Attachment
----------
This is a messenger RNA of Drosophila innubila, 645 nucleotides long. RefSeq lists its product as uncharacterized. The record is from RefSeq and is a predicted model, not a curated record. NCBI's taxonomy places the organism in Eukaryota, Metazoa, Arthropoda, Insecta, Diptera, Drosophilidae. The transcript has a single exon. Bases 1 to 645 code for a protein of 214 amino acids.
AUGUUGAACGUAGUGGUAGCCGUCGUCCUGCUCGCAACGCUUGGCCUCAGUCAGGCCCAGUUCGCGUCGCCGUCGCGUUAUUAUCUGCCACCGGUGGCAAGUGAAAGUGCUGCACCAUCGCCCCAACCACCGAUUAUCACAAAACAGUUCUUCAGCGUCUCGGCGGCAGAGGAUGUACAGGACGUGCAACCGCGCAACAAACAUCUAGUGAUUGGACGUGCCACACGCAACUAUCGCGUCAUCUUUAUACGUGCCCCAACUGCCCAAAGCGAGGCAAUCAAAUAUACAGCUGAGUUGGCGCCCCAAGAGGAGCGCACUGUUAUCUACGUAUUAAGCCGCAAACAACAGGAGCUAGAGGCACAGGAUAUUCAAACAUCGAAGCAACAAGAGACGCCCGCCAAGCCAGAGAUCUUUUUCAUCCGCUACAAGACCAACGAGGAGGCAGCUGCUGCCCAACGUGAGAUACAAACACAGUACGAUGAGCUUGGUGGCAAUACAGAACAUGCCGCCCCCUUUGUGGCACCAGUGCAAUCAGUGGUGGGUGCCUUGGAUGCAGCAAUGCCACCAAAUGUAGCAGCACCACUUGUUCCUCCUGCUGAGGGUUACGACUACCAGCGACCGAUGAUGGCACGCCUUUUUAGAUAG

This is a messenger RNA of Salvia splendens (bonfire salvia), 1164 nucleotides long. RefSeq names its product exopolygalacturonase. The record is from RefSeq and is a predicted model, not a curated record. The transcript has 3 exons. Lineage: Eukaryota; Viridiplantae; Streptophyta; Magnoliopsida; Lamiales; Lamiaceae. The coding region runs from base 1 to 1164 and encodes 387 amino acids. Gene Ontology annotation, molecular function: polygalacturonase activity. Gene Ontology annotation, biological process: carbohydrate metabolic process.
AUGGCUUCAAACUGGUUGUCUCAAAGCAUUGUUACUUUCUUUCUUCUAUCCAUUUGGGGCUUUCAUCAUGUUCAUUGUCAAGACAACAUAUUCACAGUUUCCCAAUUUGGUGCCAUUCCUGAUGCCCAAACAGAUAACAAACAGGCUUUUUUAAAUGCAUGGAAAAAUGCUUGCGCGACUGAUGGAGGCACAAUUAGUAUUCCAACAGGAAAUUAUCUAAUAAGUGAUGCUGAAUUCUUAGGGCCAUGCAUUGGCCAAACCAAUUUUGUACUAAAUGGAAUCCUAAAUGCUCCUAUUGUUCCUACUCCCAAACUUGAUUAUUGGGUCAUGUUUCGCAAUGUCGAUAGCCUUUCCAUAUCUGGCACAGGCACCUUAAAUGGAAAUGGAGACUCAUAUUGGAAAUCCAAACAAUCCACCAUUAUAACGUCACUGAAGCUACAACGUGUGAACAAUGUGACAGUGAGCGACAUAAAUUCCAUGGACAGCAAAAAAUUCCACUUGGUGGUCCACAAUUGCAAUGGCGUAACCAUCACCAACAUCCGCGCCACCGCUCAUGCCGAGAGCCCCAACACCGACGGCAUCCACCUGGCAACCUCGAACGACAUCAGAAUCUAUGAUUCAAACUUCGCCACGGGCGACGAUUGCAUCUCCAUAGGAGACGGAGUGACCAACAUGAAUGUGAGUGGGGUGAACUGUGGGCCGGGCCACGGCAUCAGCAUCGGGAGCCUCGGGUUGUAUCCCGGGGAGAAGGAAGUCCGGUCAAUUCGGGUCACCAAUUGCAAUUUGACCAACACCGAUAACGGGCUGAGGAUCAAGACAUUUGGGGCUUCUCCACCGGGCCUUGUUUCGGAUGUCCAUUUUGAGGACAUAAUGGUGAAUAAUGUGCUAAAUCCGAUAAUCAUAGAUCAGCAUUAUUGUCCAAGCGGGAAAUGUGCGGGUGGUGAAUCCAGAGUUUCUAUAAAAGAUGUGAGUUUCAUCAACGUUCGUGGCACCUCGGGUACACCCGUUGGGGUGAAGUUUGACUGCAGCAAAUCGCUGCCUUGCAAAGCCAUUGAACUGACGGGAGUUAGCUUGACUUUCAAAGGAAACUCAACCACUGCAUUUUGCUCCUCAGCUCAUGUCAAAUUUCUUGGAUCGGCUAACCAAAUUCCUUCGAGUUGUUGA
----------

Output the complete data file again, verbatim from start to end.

This is a messenger RNA of Drosophila innubila, 645 nucleotides long. RefSeq lists its product as uncharacterized. The record is from RefSeq and is a predicted model, not a curated record. NCBI's taxonomy places the organism in Eukaryota, Metazoa, Arthropoda, Insecta, Diptera, Drosophilidae. The transcript has a single exon. Bases 1 to 645 code for a protein of 214 amino acids.
AUGUUGAACGUAGUGGUAGCCGUCGUCCUGCUCGCAACGCUUGGCCUCAGUCAGGCCCAGUUCGCGUCGCCGUCGCGUUAUUAUCUGCCACCGGUGGCAAGUGAAAGUGCUGCACCAUCGCCCCAACCACCGAUUAUCACAAAACAGUUCUUCAGCGUCUCGGCGGCAGAGGAUGUACAGGACGUGCAACCGCGCAACAAACAUCUAGUGAUUGGACGUGCCACACGCAACUAUCGCGUCAUCUUUAUACGUGCCCCAACUGCCCAAAGCGAGGCAAUCAAAUAUACAGCUGAGUUGGCGCCCCAAGAGGAGCGCACUGUUAUCUACGUAUUAAGCCGCAAACAACAGGAGCUAGAGGCACAGGAUAUUCAAACAUCGAAGCAACAAGAGACGCCCGCCAAGCCAGAGAUCUUUUUCAUCCGCUACAAGACCAACGAGGAGGCAGCUGCUGCCCAACGUGAGAUACAAACACAGUACGAUGAGCUUGGUGGCAAUACAGAACAUGCCGCCCCCUUUGUGGCACCAGUGCAAUCAGUGGUGGGUGCCUUGGAUGCAGCAAUGCCACCAAAUGUAGCAGCACCACUUGUUCCUCCUGCUGAGGGUUACGACUACCAGCGACCGAUGAUGGCACGCCUUUUUAGAUAG

This is a messenger RNA of Salvia splendens (bonfire salvia), 1164 nucleotides long. RefSeq names its product exopolygalacturonase. The record is from RefSeq and is a predicted model, not a curated record. The transcript has 3 exons. Lineage: Eukaryota; Viridiplantae; Streptophyta; Magnoliopsida; Lamiales; Lamiaceae. The coding region runs from base 1 to 1164 and encodes 387 amino acids. Gene Ontology annotation, molecular function: polygalacturonase activity. Gene Ontology annotation, biological process: carbohydrate metabolic process.
AUGGCUUCAAACUGGUUGUCUCAAAGCAUUGUUACUUUCUUUCUUCUAUCCAUUUGGGGCUUUCAUCAUGUUCAUUGUCAAGACAACAUAUUCACAGUUUCCCAAUUUGGUGCCAUUCCUGAUGCCCAAACAGAUAACAAACAGGCUUUUUUAAAUGCAUGGAAAAAUGCUUGCGCGACUGAUGGAGGCACAAUUAGUAUUCCAACAGGAAAUUAUCUAAUAAGUGAUGCUGAAUUCUUAGGGCCAUGCAUUGGCCAAACCAAUUUUGUACUAAAUGGAAUCCUAAAUGCUCCUAUUGUUCCUACUCCCAAACUUGAUUAUUGGGUCAUGUUUCGCAAUGUCGAUAGCCUUUCCAUAUCUGGCACAGGCACCUUAAAUGGAAAUGGAGACUCAUAUUGGAAAUCCAAACAAUCCACCAUUAUAACGUCACUGAAGCUACAACGUGUGAACAAUGUGACAGUGAGCGACAUAAAUUCCAUGGACAGCAAAAAAUUCCACUUGGUGGUCCACAAUUGCAAUGGCGUAACCAUCACCAACAUCCGCGCCACCGCUCAUGCCGAGAGCCCCAACACCGACGGCAUCCACCUGGCAACCUCGAACGACAUCAGAAUCUAUGAUUCAAACUUCGCCACGGGCGACGAUUGCAUCUCCAUAGGAGACGGAGUGACCAACAUGAAUGUGAGUGGGGUGAACUGUGGGCCGGGCCACGGCAUCAGCAUCGGGAGCCUCGGGUUGUAUCCCGGGGAGAAGGAAGUCCGGUCAAUUCGGGUCACCAAUUGCAAUUUGACCAACACCGAUAACGGGCUGAGGAUCAAGACAUUUGGGGCUUCUCCACCGGGCCUUGUUUCGGAUGUCCAUUUUGAGGACAUAAUGGUGAAUAAUGUGCUAAAUCCGAUAAUCAUAGAUCAGCAUUAUUGUCCAAGCGGGAAAUGUGCGGGUGGUGAAUCCAGAGUUUCUAUAAAAGAUGUGAGUUUCAUCAACGUUCGUGGCACCUCGGGUACACCCGUUGGGGUGAAGUUUGACUGCAGCAAAUCGCUGCCUUGCAAAGCCAUUGAACUGACGGGAGUUAGCUUGACUUUCAAAGGAAACUCAACCACUGCAUUUUGCUCCUCAGCUCAUGUCAAAUUUCUUGGAUCGGCUAACCAAAUUCCUUCGAGUUGUUGA